[…] in order to be comprised in the state of the art and thus lack novelty, the invention must be entirely found in a single piece of prior art in all certainty, with the same elements which make it up, in the same form, the same arrangement and the same mode of operation in order to achieve the same technical result

The last part of the sentence is very noteworthy: a prior art disclosure will take away novelty of a claim if and only if, not just the structure of the invention is taught in the prior art disclosure, but also the function and technical result of said invention.

This is particularly significant in a case such as the present one which deals with a claim directed to a “device for” – here, “a device for selectively disrupting lipid rich cells in a non-infant human“.

The court not only fully relied on this feature in the novelty analysis, but in fact also took into account the general purpose stated in the patent, which is to reduce orange-peel skin by destroying subcutaneous fat tissue without damaging the dermis or the epidermis.

Thus, when analyzing a first prior art reference called Thorner, the court stated that:

[…] The invention thus disclosed by this patent application is only intended for treating diseased or injured animal tissues, for instance inflamed limbs, by cooling the limb to a temperature of between 13 and 18°C or skin cancer by cooling the limb to temperatures below zero. 

[…] This prior art therefore does not disclose a set composed of the same means having the same function and leading to the same result as the patent at stake, namely selectively cooling lipid-rich cells in a non-infant human subject so as to break those up and reduce the excess of fatty cells without causing damage to other tissues. 

Turning to another prior art reference called SI Industries, the court used a similar reasoning:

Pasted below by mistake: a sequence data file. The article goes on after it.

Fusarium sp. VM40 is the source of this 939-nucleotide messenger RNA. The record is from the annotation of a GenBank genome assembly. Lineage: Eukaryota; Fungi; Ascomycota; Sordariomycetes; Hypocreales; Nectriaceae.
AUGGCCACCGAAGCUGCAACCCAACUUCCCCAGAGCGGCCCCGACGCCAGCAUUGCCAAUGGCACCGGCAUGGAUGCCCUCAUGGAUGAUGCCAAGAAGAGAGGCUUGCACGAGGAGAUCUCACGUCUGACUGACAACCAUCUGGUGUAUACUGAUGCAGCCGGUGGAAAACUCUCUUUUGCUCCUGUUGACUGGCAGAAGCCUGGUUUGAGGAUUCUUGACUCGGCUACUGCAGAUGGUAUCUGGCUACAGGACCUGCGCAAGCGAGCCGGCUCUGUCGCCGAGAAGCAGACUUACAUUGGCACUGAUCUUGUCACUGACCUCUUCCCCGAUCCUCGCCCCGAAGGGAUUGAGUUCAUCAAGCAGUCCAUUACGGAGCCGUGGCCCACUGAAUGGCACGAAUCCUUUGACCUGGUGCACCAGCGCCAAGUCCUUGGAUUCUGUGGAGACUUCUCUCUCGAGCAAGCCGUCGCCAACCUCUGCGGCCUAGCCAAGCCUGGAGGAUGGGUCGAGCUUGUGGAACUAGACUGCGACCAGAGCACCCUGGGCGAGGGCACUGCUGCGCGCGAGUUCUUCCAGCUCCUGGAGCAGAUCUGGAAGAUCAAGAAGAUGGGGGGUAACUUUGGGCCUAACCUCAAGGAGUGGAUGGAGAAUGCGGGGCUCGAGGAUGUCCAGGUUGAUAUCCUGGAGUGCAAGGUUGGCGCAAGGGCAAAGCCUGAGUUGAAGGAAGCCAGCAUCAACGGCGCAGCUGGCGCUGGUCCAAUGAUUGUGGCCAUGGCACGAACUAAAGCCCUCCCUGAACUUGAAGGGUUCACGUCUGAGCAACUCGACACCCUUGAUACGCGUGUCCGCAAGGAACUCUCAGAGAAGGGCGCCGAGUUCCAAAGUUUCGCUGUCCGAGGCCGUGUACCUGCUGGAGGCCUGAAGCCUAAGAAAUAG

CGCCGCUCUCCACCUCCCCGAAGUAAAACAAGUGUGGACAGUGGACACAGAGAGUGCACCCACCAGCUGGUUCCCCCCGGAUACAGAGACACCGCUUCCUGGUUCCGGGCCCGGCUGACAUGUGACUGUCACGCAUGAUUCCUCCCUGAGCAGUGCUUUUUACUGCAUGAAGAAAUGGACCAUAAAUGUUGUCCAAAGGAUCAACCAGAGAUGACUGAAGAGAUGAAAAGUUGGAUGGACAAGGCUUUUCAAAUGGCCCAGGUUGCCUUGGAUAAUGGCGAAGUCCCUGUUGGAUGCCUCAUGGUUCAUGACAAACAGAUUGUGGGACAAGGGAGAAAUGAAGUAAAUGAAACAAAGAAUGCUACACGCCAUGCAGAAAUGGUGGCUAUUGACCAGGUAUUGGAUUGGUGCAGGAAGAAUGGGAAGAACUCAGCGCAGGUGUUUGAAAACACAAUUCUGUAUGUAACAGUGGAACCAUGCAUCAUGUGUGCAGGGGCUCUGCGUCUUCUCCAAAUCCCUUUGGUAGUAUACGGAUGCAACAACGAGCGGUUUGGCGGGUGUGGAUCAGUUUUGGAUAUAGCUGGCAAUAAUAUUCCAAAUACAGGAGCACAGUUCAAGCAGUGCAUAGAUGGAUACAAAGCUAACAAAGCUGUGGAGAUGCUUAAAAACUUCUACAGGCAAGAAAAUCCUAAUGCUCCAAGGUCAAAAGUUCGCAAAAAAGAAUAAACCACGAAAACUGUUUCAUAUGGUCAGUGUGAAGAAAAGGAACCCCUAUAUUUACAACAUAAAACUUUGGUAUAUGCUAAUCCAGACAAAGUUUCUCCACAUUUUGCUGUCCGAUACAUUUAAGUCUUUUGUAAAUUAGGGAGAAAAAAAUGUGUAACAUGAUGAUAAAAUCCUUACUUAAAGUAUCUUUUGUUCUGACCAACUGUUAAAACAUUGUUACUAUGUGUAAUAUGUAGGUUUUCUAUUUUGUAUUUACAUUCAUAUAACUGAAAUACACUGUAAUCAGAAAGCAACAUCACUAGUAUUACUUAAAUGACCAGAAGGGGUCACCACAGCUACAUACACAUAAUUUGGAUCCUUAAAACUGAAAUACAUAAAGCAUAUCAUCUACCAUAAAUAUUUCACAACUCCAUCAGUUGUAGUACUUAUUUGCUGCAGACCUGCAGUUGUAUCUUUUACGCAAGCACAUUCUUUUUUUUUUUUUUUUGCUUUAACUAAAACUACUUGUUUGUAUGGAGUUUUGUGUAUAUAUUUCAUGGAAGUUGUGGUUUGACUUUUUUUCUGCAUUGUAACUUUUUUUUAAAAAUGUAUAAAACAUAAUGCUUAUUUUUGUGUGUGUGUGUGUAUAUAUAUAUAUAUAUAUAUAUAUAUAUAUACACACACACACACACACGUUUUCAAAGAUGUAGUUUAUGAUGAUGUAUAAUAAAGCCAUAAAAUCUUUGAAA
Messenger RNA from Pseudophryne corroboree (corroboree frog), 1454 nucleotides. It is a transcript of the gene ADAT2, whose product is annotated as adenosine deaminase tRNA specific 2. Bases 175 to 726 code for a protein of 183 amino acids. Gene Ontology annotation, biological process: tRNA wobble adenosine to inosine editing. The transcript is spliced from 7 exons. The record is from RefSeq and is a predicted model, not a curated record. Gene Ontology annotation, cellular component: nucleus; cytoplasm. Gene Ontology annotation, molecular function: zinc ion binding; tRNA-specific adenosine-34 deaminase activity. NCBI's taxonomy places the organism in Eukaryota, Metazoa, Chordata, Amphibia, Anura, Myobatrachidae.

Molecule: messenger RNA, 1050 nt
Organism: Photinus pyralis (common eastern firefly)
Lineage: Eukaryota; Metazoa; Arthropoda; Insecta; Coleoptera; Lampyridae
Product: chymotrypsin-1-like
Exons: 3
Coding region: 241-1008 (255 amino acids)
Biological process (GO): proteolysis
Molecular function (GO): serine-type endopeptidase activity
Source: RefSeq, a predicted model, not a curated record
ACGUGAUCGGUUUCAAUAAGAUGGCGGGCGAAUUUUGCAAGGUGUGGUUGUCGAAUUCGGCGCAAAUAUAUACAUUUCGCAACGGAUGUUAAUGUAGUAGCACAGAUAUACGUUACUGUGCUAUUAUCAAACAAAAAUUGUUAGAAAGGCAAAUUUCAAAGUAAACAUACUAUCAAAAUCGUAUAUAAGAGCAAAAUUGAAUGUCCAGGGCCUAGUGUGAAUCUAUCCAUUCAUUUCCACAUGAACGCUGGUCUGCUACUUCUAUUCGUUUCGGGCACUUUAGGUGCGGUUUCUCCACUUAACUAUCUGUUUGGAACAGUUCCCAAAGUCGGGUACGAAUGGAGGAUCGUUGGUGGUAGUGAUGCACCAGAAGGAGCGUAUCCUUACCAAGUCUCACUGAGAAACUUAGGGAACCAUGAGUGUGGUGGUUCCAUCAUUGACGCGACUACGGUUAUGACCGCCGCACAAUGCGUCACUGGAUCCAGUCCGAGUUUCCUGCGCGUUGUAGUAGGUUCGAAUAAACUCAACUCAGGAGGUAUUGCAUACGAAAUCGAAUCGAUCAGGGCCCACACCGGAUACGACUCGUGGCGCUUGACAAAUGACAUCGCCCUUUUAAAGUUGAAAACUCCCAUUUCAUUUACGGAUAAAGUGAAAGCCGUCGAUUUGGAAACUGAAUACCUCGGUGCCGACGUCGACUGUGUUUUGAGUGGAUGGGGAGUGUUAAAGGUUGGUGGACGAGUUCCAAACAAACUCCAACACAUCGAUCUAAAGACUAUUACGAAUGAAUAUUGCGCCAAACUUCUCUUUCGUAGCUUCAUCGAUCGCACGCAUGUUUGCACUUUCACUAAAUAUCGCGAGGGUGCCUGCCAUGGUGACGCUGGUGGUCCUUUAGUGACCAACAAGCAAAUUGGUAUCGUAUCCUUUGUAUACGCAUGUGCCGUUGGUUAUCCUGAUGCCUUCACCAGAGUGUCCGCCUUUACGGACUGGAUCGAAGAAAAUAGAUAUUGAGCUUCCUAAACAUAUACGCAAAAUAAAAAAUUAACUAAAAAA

[…] The invention thus disclosed by this patent application is only intended for cooling (or warming up) a limb in a controlled manner below the normal temperature of the body in a medical treatment, in order to eliminate the excess of fluid stored in muscular compartments further to a wound so as to avoid the occurrence of the compartment syndrome related to excessive pressure on nerves and blood vessels. 

[…] Similarly, this prior art does not disclose a set composed of the same means having the same function and leading to the same result as the patent at stake. 

Fat and cold are not always incompatible.
Fat and cold are not always incompatible.

This approach is very different from the EPO’s, which is well summarized in section F-IV, 4.13 of the Guidelines for examination:

If a claim commences with such words as: “Apparatus for carrying out the process etc…” this must be construed as meaning merely apparatus suitable for carrying out the process. Apparatus which otherwise possesses all of the features specified in the claims but which would be unsuitable for the stated purpose or would require modification to enable it to be so used, should normally not be considered as anticipating the claim.

Therefore, if a Board of appeal had examined novelty of claim 1 of this patent, it would certainly have focused on whether the prior art devices were suitable, i.e. could potentially be used, for the claimed purpose, and not on whether the claimed purpose was disclosed per se in the prior art.

The Paris approach is thus much more lenient with patent proprietors than the Munich one.

I am not sure which one is the best one, but I can see two advantages with the French way of handling novelty.

First, it may provide increased legal certainty, as it may be easier to assess whether the function and result of a claimed device are disclosed in the prior art than to figure out whether a prior art device could potentially be used in the same way as the claimed invention. I think this latter question leaves more room for interpretation and discussion: is the new use simply a matter of changing the settings of the prior art device, or would structural redesign be necessary as well?